What is now Old Bridge Township was originally incorporated as Madison Township by an act of the New Jersey Legislature on March 2, 1869, from portions of South Amboy Township (now City of South Amboy). In a referendum held on November 5, 1975, voters approved changing the township's name to Old Bridge Township by a margin of 7,150 votes to 4,888. The township's name was changed to avoid confusion with the borough of Madison in Morris County. Use of the name Old Bridge for a location "on the Camden and Amboy Railroad, about eight miles (13 km) beyond South Amboy" or "about seven miles (11 km) from South Amboy" goes back, however, to at least 1853. Initially, the township was made up of farms and the population grew slowly. In 1880, the population was 1,662 and in 1950 it had reached 7,365. Over the next decade, a building boom started and farms gave way to developments, and the population grew to 22,772 by 1960. The 1980 census cited 51,406 people. The township saw major changes with the extension of Route 18 to the shore.
The township was named as a contender for the title of one of the best places to live in the United States by Money magazine in both 2005 and 2007.
In 2016, SafeWise named Old Bridge Township as the sixth-safest city in America to raise a child; the township was the second-highest ranked of the 12 communities in New Jersey included on the list.
The first inhabitants of the area known as Old Bridge, were the Lenni LenapeNative Americans. Those who settled in Old Bridge were known as the Unami, or "people down the river." They, like many people today, migrated to the shore along the Raritan each summer from their hunting grounds in the north. When the English gained control from the Dutch in 1664, the state was divided into two provinces, East Jersey and West Jersey. In 1683, the general assembly of East Jersey defined the boundaries of Middlesex County and the three other original counties (Bergen, Essex and Monmouth) as containing all plantations on both sides of the Raritan River, as far as Cheesequake Harbor to the east, then southwest to the Provincial line, with the southwest line being the border of Monmouth and Middlesex Counties and the Township's southern border.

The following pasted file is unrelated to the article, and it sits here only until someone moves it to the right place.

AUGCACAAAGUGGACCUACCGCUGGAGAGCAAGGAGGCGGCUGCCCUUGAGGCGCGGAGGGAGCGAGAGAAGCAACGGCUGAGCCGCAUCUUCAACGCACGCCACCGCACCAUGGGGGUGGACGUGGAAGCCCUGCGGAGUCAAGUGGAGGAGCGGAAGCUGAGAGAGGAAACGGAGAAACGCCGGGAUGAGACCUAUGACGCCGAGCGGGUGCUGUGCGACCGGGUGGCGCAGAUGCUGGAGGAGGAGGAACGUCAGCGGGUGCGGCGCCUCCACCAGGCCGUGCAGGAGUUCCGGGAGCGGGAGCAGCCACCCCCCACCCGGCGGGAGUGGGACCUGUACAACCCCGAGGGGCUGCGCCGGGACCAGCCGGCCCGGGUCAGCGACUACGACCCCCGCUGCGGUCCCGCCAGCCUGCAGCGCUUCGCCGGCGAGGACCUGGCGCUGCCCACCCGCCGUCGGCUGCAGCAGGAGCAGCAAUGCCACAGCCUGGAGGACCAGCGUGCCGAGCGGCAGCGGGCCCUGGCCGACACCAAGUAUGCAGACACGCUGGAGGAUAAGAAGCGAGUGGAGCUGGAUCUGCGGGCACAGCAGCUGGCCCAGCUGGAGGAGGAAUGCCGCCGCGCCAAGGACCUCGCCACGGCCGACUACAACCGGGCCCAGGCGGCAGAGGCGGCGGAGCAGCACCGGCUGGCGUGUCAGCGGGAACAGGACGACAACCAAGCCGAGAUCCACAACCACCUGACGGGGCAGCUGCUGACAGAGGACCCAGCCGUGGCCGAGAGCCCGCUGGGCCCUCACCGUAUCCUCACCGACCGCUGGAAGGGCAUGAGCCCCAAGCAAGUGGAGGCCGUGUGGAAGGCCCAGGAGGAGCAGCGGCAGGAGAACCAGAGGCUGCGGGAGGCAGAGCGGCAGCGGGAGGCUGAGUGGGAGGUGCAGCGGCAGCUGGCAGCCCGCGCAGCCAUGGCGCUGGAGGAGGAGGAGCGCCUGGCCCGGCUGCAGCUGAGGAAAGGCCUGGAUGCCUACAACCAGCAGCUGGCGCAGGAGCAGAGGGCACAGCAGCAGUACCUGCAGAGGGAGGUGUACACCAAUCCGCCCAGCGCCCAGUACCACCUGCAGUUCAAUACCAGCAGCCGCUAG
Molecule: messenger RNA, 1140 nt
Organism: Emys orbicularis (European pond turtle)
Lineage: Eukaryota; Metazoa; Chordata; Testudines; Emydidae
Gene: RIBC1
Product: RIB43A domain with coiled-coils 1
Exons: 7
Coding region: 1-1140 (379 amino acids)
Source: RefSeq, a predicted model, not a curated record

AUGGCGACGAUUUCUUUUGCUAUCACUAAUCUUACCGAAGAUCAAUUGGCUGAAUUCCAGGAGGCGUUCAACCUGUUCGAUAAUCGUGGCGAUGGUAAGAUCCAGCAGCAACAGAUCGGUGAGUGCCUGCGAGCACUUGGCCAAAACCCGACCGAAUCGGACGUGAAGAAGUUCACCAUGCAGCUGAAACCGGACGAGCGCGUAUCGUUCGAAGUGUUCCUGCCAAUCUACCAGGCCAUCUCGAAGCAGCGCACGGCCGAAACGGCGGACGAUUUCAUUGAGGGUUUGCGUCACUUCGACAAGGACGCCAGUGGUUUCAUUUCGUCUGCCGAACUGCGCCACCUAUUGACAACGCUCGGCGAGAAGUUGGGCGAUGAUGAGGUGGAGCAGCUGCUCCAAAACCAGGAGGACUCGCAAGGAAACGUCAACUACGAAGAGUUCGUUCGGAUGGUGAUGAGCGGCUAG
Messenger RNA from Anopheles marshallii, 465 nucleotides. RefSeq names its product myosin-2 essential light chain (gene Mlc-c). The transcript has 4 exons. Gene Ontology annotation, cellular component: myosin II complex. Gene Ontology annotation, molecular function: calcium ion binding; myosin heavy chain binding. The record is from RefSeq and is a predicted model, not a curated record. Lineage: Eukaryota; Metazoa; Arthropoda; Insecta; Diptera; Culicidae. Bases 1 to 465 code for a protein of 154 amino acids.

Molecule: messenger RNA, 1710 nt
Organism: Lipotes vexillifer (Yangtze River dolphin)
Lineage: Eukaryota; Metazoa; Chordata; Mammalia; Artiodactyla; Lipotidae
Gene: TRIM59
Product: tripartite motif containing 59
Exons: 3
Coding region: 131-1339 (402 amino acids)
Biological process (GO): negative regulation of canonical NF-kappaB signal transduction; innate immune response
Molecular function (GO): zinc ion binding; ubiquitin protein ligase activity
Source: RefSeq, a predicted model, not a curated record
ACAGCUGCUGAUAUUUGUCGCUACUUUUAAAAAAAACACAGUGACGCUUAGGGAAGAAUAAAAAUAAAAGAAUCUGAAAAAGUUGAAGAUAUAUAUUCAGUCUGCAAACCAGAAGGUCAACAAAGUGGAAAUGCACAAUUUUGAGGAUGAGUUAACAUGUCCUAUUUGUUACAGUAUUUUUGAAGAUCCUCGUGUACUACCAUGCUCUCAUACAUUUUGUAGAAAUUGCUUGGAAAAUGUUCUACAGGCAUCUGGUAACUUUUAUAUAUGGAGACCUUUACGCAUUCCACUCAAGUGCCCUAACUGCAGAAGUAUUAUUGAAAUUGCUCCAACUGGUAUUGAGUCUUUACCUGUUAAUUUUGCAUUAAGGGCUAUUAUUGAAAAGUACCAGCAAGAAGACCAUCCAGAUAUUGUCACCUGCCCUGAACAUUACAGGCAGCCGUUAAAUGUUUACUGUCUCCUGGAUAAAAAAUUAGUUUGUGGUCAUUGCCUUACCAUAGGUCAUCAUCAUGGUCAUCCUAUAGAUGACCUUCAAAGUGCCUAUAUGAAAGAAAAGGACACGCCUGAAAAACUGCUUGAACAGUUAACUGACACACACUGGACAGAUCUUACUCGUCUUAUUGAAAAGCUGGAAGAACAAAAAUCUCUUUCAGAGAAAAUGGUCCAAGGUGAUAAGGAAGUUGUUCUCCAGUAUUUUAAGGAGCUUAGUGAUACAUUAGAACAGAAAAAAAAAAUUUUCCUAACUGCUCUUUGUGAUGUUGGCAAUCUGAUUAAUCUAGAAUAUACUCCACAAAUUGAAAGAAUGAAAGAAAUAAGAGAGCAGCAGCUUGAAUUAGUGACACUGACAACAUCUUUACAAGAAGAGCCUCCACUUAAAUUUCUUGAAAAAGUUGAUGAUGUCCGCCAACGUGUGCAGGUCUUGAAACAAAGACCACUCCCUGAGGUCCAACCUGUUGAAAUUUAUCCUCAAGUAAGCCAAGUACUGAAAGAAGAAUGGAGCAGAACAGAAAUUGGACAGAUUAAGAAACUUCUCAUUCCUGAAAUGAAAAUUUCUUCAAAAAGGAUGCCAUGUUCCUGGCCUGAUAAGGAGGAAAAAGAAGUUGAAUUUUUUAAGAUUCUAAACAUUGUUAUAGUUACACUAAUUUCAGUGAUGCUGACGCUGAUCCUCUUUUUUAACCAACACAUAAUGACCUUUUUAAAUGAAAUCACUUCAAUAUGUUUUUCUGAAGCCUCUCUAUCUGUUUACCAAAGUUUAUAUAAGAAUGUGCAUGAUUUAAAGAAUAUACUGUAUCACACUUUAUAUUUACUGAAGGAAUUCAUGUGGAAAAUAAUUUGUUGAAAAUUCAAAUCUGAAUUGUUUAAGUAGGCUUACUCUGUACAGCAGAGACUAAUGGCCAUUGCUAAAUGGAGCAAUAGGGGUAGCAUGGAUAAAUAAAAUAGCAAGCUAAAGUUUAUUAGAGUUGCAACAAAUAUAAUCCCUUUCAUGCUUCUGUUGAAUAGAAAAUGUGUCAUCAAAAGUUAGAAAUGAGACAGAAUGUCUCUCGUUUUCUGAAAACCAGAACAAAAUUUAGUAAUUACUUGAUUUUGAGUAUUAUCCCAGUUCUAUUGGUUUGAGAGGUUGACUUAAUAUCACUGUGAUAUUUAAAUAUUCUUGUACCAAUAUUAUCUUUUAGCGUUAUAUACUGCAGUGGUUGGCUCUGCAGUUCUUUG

Thomas Warne, one of the original 24 proprietors of East Jersey, was listed as a landowner of this area, and his son is said to have been the earliest white resident residing in the Cheesequake area in 1683. John and Susannah Brown were granted a 1,000 acres (4.0 km2) land grant from the King of England in 1737. They called the area Brownville, and today this part of town is now known as Browntown.
In 1684, South Amboy Township was formed. At that time, it covered an area that now consists of the Townships of Monroe and Old Bridge, the Borough of Sayreville and the City of South Amboy. The Township covers 42 square miles (110 km2) that separated from South Amboy on March 2, 1869, and was originally called Madison Township. In 1975, the name was changed by referendum to the Township of Old Bridge. The purpose of doing this was to formulate just one postal designations and ZIP code for the township and to differentiate the township from the Borough of Madison in Morris County. Old Bridge derives its name from the fact that the first bridge spanning the South River was built there, and as other bridges were built across the river the first one became known as "the Old Bridge." Prior to that, it was known as "South River Bridge."
According to the United States Census Bureau, the township had a total area of 40.783 square miles (105.627 km2), including 38.060 square miles (98.575 km2) of land and 2.723 square miles (7.052 km2) of water (6.68%).
Madison Township had many mill streams that were used to generate water power. The Warne family owned fulling mills in the area. Fulling was used as a finishing process used on woolen cloth that would remove the dirt and grease and to compact the wool fibers. The mill is said to have been run behind Old Bridge High School and flows east into the Matawan Creek. The area of Old Bridge was also known for their numerous snuff mills. The Washington Snuff mill (later renamed the Dill Snuff Mill) was established in 1801 and was located on Mount Pleasant and Old Bridge Turnpike (now Route 516). Snuff is a scented tobacco product that was used by men and women during that time period.
The clay soil in the area surrounding Old Bridge was used for pottery and bricks way before the first European settlers. "Fine clay had surrounded Cheesequake Creek when the Lenni Lenape Native Americans lived there. The early discoveries of clay along the banks opened the clay industry to Middlesex County as well as the state of New Jersey. By the 1800s clay was a major industry. The clay deposits found along Cheesequake Creek are reported to be some of the finest stoneware clays in the United States." The clay supplied local potters as well as those in Hudson Valley, Norwalk, Connecticut, other New England states, and parts of Canada. The earliest use of clay from this area was used by Captain James Morgan before the Revolution. The Perrine clay pit was located near U.S. Route 9 and Ernston Road.